Sing, Baby, Sing (1936)

Article 5377 by Dave Sindelar
Date: 2-21-2017
Directed by Sidney Lanfield
Featuring Alice Faye, Adolphe Menjou, Gregory Ratoff
Country: USA
What it is: Musical comedy / Horror

Poor Joan Warren! Not only is her singing career on the skids because she’s not a trendy “blue blood”, but she also has to preview comedy acts by the Ritz Brothers. However, her agent attempts to resurrect her career by romantically linking her with a vacationing but hard-drinking Hollywood actor.

Where does the horror come in? Well, the movie does feature the Ritz Brothers… and that’s a cheap shot, I’ll admit. It’s not their fault I tend to associate them with the dismal THE GORILLA; in reality, they were out of their element in that movie and they knew it. That’s not the case in this movie; there performance consists of a series of vaudeville song-and-dance routines, and there’s something to admire in the deftness of their comic hoofing, However, as far as comedy goes, I feel they come across as a less-inspired Danny Kaye crossed with Huntz Hall at his muggiest, and that’s not a comfortable place to be. Nevertheless, they are responsible for the fantastic content of the movie; one of their routines takes on the Dr. Jekyll story and also features a version of the Frankenstein monster.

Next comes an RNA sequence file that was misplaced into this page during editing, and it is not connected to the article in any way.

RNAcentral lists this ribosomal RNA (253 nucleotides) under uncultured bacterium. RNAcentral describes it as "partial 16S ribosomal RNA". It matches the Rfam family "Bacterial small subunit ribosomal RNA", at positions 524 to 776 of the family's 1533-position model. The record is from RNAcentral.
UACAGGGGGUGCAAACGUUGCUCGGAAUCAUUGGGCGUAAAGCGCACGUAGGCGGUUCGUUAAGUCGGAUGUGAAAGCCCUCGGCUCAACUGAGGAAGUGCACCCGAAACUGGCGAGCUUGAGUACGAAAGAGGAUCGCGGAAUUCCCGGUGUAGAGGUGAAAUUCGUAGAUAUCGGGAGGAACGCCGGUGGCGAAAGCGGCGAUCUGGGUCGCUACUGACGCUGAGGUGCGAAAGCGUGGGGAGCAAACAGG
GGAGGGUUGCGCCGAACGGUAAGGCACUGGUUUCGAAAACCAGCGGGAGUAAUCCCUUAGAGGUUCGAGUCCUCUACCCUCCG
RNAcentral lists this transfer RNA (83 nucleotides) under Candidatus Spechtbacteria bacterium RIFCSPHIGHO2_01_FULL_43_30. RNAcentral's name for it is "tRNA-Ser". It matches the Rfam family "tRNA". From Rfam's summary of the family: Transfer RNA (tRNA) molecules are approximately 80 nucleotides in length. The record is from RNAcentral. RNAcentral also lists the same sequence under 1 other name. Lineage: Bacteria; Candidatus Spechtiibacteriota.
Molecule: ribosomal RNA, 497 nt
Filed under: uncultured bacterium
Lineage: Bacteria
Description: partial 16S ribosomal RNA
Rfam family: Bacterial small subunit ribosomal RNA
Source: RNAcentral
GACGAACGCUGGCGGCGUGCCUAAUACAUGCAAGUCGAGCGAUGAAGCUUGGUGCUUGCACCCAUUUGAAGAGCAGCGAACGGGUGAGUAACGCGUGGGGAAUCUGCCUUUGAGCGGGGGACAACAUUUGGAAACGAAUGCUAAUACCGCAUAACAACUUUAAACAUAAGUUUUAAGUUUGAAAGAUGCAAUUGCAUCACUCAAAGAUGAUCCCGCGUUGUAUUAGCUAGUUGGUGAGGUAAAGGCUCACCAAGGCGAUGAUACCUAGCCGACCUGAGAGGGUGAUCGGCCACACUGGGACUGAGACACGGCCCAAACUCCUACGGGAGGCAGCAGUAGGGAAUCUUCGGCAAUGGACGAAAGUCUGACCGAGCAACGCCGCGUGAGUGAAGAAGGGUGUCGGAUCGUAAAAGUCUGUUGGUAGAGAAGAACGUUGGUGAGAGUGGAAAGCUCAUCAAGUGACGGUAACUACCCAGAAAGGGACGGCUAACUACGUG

Most of the movie is your typical musical comedy of the time. The best thing about it is Adolphe Menjou’s performance as an actor somewhat inspired by John Barrymore; I’ve seen this actor in many movies, but I’ve never quite seen him cut loose in a comic style like this. The movie also features Ted Healy, and quite frankly, the Three Stooges were better off without him. Alice Faye and Gregory Ratoff do a fine job, and some of the songs are pretty decent. All in all, it’s pretty marginal from a genre perspective, but I’ve seen a lot worse.